Many people ask if there is something they can do to prevent hearing loss.  Our genes play a major role in how early and how quickly we lose our hearing, but noise is the number one contributor to a declinfree-hearing-test-vaughane in hearing.  Listening to sounds that are too long and too loud can damage our ears. These excessively loud environments can include rock concerts, music at the gym, lawnmowers, leaf blowers, firecrackers, motorcycles, gun ranges, car radios and the use of headphones and earbuds.  Experts suggest a 60/60 rule when using our personal listening devices.  This means limiting the volume to 60% of the full range and listening time to 60 minutes per session.  Limiting our time exposed to noise and using ear protection when we are exposed to sounds over 85db intensity levels is practicing good hearing loss prevention.  Ask us about custom ear molds that are made to fit your own ears.  They come in a variety of styles and colors and are very easy to use.  They are also great for swimming and anyone who has chronic ear infections. You can visit www.westone.com for more information on the variety of custom ear protection available.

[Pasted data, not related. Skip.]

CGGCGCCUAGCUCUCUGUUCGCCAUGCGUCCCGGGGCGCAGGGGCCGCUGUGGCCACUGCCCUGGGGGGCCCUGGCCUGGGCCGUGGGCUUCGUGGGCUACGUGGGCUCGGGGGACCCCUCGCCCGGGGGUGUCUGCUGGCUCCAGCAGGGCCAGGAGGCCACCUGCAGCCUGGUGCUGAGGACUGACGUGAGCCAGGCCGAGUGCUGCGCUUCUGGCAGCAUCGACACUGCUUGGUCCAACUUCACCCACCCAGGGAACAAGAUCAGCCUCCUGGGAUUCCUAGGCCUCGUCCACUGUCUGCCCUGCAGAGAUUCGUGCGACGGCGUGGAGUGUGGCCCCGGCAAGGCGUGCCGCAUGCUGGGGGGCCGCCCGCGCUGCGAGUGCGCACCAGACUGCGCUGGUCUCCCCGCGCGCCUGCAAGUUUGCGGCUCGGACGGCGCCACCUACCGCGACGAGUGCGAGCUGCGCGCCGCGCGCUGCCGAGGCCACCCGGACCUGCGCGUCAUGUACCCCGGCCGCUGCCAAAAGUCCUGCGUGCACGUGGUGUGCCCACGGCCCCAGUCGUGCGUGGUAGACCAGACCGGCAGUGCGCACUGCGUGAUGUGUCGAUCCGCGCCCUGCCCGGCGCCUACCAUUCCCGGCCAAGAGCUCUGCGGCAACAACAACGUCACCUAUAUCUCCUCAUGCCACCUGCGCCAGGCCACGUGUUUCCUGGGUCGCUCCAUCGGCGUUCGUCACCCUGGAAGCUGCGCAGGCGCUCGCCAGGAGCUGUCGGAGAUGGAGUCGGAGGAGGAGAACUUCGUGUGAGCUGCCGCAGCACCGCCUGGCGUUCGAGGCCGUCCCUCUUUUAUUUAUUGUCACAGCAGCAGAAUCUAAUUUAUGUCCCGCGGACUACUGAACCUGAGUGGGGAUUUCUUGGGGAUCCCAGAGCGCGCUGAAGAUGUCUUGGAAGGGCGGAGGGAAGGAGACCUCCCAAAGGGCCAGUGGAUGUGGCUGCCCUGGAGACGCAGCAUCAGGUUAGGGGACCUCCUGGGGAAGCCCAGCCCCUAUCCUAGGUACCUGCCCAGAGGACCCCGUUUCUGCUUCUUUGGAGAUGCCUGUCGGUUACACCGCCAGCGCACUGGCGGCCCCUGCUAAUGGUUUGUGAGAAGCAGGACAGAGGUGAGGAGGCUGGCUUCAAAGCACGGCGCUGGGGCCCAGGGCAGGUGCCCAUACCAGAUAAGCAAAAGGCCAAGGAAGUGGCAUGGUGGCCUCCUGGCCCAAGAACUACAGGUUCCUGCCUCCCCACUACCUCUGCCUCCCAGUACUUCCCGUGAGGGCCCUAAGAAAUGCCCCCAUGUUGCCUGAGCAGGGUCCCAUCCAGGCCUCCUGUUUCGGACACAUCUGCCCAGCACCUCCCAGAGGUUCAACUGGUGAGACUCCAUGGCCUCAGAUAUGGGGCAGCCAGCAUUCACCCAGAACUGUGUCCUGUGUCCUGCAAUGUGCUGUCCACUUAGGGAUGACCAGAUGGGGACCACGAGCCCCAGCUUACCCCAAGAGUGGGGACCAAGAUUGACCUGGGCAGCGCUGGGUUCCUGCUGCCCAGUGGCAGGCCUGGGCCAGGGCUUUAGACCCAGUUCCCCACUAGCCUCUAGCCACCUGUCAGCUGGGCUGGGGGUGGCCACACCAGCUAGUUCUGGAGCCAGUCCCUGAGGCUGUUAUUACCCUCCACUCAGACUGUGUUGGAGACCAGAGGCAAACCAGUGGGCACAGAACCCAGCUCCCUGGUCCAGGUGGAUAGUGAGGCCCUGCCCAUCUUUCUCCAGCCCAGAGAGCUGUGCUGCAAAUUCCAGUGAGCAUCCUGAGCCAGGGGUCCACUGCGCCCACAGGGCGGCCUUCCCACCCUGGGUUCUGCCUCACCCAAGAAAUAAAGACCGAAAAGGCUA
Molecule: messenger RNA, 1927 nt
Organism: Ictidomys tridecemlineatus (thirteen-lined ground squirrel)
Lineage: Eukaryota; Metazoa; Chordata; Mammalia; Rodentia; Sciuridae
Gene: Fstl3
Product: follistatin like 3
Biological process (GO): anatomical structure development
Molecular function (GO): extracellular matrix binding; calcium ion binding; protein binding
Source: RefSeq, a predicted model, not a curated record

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Sticker Shock: Why are hearing devices so expensive?